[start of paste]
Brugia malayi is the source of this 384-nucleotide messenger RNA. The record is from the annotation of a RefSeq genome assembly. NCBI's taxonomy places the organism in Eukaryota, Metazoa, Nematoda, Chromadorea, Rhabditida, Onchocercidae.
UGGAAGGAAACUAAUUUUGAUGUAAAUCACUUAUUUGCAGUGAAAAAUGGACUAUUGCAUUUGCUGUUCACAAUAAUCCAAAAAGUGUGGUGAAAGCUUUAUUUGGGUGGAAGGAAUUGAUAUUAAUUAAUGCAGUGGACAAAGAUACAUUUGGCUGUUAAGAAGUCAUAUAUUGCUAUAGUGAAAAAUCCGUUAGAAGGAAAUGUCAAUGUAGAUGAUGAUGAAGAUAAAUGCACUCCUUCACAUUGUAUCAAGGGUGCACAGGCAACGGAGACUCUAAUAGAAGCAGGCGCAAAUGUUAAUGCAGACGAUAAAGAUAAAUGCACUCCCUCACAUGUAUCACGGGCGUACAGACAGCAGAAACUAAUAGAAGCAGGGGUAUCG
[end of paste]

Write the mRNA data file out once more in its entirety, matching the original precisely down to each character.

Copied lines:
Brugia malayi is the source of this 384-nucleotide messenger RNA. The record is from the annotation of a RefSeq genome assembly. NCBI's taxonomy places the organism in Eukaryota, Metazoa, Nematoda, Chromadorea, Rhabditida, Onchocercidae.
UGGAAGGAAACUAAUUUUGAUGUAAAUCACUUAUUUGCAGUGAAAAAUGGACUAUUGCAUUUGCUGUUCACAAUAAUCCAAAAAGUGUGGUGAAAGCUUUAUUUGGGUGGAAGGAAUUGAUAUUAAUUAAUGCAGUGGACAAAGAUACAUUUGGCUGUUAAGAAGUCAUAUAUUGCUAUAGUGAAAAAUCCGUUAGAAGGAAAUGUCAAUGUAGAUGAUGAUGAAGAUAAAUGCACUCCUUCACAUUGUAUCAAGGGUGCACAGGCAACGGAGACUCUAAUAGAAGCAGGCGCAAAUGUUAAUGCAGACGAUAAAGAUAAAUGCACUCCCUCACAUGUAUCACGGGCGUACAGACAGCAGAAACUAAUAGAAGCAGGGGUAUCG